Sunday, February 19, 2012

Daily Assignment #105: Extended Family Trips

Over the years I found it challenging when a parent would come to me and say,"Eddie won't be in school next week.  We're going on vacation.  Please prepare work for him to do while we are away."

I totally understand parents traveling before or after the scheduled school vacations so that they may get that primo airfare.  However, parents don't realize all the challenges and disruptions these extended trips/vacations have on the classroom and the teacher.

My response to these parents changed over the years.  At the beginning of my career I would prepare all that work for the student to take on their vacation, only to have it returned to me unfinished or never returned at all.  I don't think parents are aware of how much time it takes to prepare this work for their trip/vacation.

It was difficult to be pleasant to the habitual vacation family or the ones who would return all tanned and mellow and then expect me to catch their child up on everything the child had missed, or the parent who brought their child to school straight from the airport where they had just returned from an 8-hour flight expecting me to deal with an exhausted child.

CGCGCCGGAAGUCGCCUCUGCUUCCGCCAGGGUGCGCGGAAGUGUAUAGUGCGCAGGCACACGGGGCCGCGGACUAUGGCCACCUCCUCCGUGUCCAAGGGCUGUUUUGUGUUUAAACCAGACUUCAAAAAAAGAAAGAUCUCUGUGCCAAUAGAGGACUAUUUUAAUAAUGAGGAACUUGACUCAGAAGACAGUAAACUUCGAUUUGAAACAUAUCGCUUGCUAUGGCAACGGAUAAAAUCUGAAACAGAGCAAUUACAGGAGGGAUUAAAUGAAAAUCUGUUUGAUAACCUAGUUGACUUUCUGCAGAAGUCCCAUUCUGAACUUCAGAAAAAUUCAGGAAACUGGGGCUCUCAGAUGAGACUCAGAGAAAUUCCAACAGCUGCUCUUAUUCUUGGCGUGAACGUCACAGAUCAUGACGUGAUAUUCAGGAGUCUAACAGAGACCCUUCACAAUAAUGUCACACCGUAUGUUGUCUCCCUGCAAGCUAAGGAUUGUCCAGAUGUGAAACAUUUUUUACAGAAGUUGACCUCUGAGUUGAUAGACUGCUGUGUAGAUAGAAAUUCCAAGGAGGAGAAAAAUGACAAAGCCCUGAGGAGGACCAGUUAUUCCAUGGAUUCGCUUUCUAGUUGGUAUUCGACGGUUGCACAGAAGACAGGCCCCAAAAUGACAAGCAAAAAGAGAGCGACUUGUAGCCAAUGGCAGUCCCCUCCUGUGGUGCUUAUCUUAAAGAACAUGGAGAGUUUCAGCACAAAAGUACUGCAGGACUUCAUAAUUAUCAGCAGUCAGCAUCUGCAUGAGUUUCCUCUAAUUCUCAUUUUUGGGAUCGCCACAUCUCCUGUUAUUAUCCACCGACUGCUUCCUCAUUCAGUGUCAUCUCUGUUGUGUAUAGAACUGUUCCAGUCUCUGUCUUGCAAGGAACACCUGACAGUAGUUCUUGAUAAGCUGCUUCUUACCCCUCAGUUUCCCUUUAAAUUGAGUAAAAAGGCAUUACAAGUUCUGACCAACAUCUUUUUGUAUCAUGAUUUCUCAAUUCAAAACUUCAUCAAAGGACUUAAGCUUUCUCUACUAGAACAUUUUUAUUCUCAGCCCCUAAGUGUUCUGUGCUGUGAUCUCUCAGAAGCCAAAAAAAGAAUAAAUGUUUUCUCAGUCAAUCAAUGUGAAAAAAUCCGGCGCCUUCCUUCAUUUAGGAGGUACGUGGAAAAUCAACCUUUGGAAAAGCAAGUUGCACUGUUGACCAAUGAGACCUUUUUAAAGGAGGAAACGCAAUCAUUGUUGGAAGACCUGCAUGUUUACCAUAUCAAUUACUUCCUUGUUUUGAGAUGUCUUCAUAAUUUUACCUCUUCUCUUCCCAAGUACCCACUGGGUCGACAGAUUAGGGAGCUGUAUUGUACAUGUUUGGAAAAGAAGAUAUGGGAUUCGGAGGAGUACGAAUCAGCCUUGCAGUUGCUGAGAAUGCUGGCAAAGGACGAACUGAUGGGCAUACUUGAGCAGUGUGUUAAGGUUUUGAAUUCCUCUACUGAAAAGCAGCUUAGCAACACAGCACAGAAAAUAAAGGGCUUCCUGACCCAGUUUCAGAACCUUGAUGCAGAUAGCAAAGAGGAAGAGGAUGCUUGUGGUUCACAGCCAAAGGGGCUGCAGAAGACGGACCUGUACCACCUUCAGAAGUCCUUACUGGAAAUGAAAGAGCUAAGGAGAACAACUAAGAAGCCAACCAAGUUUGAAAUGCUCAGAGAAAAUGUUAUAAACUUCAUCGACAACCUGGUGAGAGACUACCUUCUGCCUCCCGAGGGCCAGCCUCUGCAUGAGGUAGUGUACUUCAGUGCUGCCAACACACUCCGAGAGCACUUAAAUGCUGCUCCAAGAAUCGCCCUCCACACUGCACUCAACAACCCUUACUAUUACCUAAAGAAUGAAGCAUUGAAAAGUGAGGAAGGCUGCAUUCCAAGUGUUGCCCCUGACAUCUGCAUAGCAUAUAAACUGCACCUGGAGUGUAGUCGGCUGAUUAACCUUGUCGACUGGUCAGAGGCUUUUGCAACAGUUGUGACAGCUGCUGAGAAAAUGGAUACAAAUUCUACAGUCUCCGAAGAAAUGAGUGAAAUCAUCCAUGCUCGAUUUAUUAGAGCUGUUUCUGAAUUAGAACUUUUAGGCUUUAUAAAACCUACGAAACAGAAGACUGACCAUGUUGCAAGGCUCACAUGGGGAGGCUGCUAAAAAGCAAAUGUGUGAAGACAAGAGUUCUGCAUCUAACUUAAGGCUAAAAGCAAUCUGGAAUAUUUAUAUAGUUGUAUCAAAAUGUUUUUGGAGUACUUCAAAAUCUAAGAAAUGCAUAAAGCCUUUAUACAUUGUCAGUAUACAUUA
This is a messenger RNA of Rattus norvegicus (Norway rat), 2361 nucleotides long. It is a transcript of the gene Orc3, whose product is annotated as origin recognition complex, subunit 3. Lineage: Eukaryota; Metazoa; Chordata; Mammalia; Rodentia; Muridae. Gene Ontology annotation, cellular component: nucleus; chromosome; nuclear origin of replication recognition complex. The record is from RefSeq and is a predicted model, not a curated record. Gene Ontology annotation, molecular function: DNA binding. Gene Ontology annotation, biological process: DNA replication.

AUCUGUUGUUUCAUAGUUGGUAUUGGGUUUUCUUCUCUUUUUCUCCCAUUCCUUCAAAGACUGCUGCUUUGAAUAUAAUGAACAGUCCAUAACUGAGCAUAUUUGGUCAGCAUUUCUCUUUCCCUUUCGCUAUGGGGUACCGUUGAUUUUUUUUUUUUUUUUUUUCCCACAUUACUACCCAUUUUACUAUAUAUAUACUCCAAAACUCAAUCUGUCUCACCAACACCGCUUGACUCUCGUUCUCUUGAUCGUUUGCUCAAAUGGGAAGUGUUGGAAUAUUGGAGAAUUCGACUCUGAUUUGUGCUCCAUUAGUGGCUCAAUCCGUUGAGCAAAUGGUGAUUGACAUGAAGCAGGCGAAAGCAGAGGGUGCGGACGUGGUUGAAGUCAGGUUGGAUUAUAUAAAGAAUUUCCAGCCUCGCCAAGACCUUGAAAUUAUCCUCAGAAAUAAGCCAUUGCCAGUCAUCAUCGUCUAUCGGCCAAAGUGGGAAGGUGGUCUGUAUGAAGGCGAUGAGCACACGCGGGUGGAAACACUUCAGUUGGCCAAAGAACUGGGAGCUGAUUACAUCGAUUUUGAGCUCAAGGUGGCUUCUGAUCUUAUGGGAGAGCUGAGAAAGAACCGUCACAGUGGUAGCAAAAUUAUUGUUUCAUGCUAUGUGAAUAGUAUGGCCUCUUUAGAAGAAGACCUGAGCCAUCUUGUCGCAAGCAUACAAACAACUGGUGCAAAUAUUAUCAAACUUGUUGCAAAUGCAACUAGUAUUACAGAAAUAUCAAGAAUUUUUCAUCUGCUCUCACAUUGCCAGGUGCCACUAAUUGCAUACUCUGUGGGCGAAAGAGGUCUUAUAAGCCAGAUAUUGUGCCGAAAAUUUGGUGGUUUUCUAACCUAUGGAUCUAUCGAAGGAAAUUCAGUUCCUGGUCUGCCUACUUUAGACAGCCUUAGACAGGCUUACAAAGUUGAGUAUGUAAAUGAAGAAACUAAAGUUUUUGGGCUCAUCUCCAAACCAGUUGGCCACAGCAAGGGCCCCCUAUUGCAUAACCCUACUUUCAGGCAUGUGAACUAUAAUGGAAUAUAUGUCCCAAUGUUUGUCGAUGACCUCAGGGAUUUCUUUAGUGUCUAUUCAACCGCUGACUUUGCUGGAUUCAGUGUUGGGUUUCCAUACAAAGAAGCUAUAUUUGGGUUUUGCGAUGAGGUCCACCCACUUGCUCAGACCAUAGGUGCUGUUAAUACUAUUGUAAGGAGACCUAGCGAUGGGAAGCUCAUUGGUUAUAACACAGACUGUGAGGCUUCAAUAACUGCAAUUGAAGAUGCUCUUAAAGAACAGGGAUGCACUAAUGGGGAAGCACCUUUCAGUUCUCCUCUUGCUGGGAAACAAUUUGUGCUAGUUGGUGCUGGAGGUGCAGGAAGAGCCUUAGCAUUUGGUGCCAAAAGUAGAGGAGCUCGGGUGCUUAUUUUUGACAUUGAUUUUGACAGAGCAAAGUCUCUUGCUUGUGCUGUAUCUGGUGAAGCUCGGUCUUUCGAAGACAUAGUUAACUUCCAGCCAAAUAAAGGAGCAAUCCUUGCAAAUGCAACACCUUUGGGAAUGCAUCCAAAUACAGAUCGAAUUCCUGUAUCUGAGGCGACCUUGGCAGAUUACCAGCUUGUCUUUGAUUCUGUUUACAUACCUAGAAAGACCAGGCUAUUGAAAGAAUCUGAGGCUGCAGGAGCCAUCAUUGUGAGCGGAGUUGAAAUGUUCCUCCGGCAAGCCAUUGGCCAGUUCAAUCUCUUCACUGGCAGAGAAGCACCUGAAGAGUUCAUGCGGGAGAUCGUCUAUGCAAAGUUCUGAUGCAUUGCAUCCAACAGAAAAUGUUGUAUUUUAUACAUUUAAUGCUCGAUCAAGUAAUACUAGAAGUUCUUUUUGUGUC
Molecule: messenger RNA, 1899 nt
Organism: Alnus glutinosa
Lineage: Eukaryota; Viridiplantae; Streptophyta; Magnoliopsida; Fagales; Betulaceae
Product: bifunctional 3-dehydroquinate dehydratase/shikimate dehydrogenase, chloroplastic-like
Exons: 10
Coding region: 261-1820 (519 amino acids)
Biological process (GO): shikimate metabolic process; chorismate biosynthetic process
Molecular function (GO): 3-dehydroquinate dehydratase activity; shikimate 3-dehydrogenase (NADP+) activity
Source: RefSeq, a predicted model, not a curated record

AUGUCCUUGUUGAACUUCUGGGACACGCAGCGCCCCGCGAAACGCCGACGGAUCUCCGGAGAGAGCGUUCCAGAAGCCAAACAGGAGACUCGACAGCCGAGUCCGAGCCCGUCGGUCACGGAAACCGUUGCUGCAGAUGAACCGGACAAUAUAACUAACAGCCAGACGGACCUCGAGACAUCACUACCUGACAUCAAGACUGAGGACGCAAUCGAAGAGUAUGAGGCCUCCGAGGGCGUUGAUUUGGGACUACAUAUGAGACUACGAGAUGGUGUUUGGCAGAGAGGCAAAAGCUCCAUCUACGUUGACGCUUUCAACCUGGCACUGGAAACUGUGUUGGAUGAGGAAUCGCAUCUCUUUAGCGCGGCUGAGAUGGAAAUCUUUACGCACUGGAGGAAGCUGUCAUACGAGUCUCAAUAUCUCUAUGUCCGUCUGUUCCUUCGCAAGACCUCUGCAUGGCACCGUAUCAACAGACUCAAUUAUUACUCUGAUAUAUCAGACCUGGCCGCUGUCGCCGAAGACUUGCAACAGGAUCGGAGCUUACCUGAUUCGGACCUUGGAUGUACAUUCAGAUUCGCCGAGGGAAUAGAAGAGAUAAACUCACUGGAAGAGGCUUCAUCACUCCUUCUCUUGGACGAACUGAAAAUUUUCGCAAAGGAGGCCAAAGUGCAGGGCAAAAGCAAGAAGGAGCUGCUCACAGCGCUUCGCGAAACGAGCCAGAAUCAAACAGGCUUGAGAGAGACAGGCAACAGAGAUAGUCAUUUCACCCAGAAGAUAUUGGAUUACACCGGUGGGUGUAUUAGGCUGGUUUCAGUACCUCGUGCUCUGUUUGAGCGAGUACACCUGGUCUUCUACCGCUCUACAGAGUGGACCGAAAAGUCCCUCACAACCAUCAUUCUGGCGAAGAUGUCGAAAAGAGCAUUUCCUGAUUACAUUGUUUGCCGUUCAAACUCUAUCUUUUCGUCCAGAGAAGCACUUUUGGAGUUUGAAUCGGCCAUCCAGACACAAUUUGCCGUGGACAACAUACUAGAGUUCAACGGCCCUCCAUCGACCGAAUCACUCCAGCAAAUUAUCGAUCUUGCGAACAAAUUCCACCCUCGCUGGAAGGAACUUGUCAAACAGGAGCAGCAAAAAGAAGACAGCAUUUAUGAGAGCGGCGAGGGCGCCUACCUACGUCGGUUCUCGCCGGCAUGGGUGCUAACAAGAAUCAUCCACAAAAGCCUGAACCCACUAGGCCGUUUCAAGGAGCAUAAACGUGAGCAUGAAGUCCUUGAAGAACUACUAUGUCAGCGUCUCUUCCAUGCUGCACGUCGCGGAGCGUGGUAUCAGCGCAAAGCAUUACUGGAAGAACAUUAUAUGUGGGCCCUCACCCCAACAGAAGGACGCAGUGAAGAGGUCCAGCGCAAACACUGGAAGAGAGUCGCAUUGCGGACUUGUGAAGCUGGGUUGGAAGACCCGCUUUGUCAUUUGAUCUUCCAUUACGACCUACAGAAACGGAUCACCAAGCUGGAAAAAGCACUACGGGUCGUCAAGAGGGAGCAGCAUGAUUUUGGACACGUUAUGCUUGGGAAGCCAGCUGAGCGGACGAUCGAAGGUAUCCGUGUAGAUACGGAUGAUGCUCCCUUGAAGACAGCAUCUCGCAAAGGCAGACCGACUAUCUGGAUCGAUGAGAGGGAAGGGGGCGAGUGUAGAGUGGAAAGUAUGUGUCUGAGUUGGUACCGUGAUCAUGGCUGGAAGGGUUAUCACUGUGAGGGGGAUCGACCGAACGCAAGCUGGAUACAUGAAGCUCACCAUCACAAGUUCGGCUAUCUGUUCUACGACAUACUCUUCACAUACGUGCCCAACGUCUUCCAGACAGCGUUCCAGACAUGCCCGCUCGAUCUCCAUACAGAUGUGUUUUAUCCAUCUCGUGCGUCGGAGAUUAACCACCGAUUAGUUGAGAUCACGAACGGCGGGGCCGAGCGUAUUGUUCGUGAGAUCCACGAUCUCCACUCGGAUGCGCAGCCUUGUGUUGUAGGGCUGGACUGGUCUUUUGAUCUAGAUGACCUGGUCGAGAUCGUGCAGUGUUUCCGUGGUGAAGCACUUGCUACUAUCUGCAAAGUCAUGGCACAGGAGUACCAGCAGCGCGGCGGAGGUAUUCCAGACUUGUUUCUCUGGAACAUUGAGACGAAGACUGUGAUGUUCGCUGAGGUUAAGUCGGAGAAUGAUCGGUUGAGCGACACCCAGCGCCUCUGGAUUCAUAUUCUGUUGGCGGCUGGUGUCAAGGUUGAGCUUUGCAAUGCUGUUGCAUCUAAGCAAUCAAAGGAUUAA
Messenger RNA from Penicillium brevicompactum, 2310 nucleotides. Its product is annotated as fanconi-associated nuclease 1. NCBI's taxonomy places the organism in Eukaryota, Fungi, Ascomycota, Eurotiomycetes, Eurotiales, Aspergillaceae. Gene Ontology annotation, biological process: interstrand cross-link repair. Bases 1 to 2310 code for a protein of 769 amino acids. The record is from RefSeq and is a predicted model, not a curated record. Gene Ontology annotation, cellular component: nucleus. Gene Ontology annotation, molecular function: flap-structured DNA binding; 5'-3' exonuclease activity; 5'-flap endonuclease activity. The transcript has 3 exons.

What I've learned:

  1. Some trips/vacations are worth it, especially those in which the child would learn so much by the experience, such as a travel-learning trip/vacation.
  2. Don't prepare the work for the student to take with them.  Instead, tell the parent to have the student read 20-30 minutes each night, perhaps keep a reading journal.  The parents should design 5-10 math problems each night for the child to solve.  Also, have the student keep a journal, with photos or drawings, of their trip.  Parents can also buy commercially produced workbooks.
  3. Save all the work that is done during the student's absence.  Give the work to the parents to do with the student at home and then return finished products for grading.  Make sure to give the parent a deadline for the work to be returned.
  4. It becomes increasingly more difficult for a student to miss school after grade 2, due to mandated testing.
Check to see what your district or school's policy is on this issue before you decide what you will be doing.  If there isn't a policy it would be beneficial for your school to establish one.  

Please share this blog with colleagues and friends.
Also, take a moment to check-out my book on effective strategies:

On another note, I will not have access to the Internet until Sunday, March 11th.  In the meantime, browse through the strategies included in this blog and find one that you would like to experiment with.  

Best Effort, 

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